Ferries from Sheerness

Sheerness is a small seaside town on the Isle of Sheppey, in north Kent. As a natural deepwater port near the mouth of the Thames Estuary, it is well-situated for marine transport. In the past, passenger ferries from Sheerness have indeed provided transportation to and from Europe. Today, it serves as a major cargo shipping port.

History of Ferries from Sheerness

One of the earliest ferry services from Sheerness started in 1875. The Dutch-owned Zeeland Steamship Company began operating a daily service to transport mail and passengers between Sheerness and Vlissingen, in the Netherlands. Shortly after opening, the ferry changed ports to Queenborough, just across the Medway River from Sheerness. In 1974, the Olau Line reinitiated passenger ferry services between Sheerness and Vlissingen. This route remained in operation until 1994, when it closed due to insufficient traffic. There have been no ferry services from Sheerness since.

Sheerness Ferry Scandal

In 2006, entrepreneur John Paul Airs proposed a plan to implement a high-speed passenger ferry service from Sheerness, linking it to France, Spain, and Norway. This was due to be up and running by the summer of 2008. In addition to facilitating travel to Europe, one of the goals was to provide an alternate transport route for tourists travelling to the London 2012 Olympics. It was not to be. In April 2008, a BBC Inside Out investigation reported that to date, none of the ferry boats ordered had been fully paid for. Airs had apparently defrauded investors of millions of pounds, using fake bank bonds as collateral. As of June 2011, there are still no passenger ferries out of Sheerness; the nearest ports with this service are at Ramsgate or Dover.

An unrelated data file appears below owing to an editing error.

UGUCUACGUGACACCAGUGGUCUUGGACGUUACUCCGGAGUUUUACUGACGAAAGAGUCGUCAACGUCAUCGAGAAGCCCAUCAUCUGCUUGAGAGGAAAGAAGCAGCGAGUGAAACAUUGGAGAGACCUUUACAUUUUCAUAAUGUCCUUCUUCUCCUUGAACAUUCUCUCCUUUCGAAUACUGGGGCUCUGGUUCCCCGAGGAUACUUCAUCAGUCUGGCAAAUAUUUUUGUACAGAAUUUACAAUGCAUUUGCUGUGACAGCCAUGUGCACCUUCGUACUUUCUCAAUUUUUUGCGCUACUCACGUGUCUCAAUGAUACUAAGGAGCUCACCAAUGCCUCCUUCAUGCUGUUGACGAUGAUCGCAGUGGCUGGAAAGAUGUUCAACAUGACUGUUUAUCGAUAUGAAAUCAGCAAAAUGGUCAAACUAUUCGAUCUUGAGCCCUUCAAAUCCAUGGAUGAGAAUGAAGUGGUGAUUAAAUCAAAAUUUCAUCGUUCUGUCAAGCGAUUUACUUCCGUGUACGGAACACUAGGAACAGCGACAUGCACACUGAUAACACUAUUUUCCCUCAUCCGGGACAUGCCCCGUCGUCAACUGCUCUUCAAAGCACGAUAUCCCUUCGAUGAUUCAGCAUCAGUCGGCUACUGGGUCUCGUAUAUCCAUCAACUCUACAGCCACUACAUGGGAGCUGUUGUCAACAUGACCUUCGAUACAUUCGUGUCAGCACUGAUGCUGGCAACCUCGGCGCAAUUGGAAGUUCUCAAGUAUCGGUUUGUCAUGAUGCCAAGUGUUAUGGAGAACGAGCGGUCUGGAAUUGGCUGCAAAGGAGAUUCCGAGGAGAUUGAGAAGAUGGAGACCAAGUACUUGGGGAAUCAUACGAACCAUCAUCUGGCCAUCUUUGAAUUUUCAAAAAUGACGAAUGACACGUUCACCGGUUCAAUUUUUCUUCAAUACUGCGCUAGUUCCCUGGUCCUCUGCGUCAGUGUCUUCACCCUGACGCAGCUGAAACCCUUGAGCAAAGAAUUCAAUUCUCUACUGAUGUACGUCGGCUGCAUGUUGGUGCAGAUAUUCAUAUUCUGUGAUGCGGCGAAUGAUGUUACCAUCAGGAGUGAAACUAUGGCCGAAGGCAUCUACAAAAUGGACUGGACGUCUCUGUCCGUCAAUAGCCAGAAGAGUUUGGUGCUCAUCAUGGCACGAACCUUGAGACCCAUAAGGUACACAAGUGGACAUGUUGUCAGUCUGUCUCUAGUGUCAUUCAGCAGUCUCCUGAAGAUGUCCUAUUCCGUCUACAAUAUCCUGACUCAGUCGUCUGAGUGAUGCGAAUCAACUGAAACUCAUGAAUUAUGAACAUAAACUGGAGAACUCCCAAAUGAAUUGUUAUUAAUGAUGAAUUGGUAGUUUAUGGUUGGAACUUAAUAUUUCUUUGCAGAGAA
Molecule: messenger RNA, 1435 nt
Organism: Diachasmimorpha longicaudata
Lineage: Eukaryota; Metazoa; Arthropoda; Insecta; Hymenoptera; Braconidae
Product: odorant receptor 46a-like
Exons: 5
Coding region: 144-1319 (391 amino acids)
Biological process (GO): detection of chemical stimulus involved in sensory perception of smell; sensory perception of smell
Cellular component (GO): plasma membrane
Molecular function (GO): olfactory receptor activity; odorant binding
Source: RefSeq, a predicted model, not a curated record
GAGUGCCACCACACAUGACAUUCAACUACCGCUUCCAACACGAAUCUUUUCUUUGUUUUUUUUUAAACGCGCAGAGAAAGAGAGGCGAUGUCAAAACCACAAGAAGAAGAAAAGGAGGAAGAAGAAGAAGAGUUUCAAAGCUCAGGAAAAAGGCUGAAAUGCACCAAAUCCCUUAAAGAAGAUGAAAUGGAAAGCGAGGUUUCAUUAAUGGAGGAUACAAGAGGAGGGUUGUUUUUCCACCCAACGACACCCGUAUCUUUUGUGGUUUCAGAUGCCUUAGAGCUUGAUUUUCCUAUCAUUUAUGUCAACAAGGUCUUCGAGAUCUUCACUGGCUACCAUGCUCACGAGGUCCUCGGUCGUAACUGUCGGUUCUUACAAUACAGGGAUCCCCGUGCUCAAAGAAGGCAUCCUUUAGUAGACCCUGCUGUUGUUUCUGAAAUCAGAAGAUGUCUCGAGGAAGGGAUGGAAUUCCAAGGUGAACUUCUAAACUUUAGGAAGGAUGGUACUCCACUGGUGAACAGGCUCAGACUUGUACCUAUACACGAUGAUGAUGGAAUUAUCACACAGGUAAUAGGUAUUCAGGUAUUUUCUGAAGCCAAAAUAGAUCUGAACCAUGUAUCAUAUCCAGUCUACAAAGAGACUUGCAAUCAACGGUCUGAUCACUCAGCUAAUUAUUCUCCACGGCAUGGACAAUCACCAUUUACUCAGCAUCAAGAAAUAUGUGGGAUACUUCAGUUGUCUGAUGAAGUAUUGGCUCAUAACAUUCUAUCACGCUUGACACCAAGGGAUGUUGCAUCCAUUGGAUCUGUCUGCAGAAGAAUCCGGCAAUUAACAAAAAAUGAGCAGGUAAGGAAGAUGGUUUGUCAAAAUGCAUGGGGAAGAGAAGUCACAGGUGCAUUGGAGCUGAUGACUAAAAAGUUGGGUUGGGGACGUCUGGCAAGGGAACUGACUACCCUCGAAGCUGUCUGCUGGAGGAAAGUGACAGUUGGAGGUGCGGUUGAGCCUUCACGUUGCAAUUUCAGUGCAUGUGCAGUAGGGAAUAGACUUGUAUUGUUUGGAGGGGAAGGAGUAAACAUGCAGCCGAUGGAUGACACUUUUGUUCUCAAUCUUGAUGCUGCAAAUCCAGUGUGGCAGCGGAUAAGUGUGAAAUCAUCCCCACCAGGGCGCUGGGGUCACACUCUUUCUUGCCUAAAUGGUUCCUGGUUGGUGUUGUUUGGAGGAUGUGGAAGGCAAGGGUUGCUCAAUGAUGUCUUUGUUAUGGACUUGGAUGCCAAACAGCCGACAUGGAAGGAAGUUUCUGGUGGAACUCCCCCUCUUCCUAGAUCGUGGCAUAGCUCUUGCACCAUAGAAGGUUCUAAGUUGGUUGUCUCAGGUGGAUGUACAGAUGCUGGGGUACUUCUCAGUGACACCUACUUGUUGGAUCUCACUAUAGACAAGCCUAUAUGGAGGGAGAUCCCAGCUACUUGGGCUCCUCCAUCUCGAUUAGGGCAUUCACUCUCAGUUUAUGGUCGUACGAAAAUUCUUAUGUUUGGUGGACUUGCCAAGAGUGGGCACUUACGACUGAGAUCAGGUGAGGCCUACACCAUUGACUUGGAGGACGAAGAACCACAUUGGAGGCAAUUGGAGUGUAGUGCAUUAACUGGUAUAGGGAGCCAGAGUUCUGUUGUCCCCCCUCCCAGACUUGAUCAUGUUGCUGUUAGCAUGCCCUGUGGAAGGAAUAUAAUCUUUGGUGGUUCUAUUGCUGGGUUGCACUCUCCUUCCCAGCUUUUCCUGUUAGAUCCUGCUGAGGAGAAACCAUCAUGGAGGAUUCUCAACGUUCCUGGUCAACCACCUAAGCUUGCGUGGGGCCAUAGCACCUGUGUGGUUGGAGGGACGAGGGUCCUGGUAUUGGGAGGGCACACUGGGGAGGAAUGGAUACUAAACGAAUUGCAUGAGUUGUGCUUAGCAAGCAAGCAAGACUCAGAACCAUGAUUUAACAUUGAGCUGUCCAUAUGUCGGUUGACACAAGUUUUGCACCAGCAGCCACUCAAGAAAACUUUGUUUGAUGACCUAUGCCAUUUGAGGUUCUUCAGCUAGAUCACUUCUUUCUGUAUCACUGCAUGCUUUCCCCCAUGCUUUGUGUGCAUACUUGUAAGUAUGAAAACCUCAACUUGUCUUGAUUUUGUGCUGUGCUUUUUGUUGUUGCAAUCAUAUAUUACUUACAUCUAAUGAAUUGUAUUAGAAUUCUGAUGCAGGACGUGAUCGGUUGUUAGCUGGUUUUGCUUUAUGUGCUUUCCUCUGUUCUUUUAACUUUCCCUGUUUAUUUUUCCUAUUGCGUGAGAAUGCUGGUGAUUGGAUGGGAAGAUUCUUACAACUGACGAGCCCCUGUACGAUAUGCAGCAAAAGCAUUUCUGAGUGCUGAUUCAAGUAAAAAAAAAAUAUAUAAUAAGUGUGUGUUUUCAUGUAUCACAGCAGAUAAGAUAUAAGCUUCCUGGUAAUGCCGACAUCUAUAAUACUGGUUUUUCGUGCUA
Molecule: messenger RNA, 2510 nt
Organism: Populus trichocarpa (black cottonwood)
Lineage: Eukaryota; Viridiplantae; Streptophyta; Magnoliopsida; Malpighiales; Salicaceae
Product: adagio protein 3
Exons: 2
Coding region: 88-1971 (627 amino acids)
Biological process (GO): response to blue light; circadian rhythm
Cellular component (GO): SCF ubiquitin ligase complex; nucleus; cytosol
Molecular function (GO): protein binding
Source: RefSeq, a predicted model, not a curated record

Freight Ferries from Sheerness

Currently, the only ferries to and from Sheerness are cargo ships. With easy access to London, it serves as one of the UK’s most important shipping ports, particularly for imports of fruits and vegetables. In addition to fresh produce, it also has specialized facilities for handling shipments of lumber and paper products, new vehicles, steel, and construction materials.

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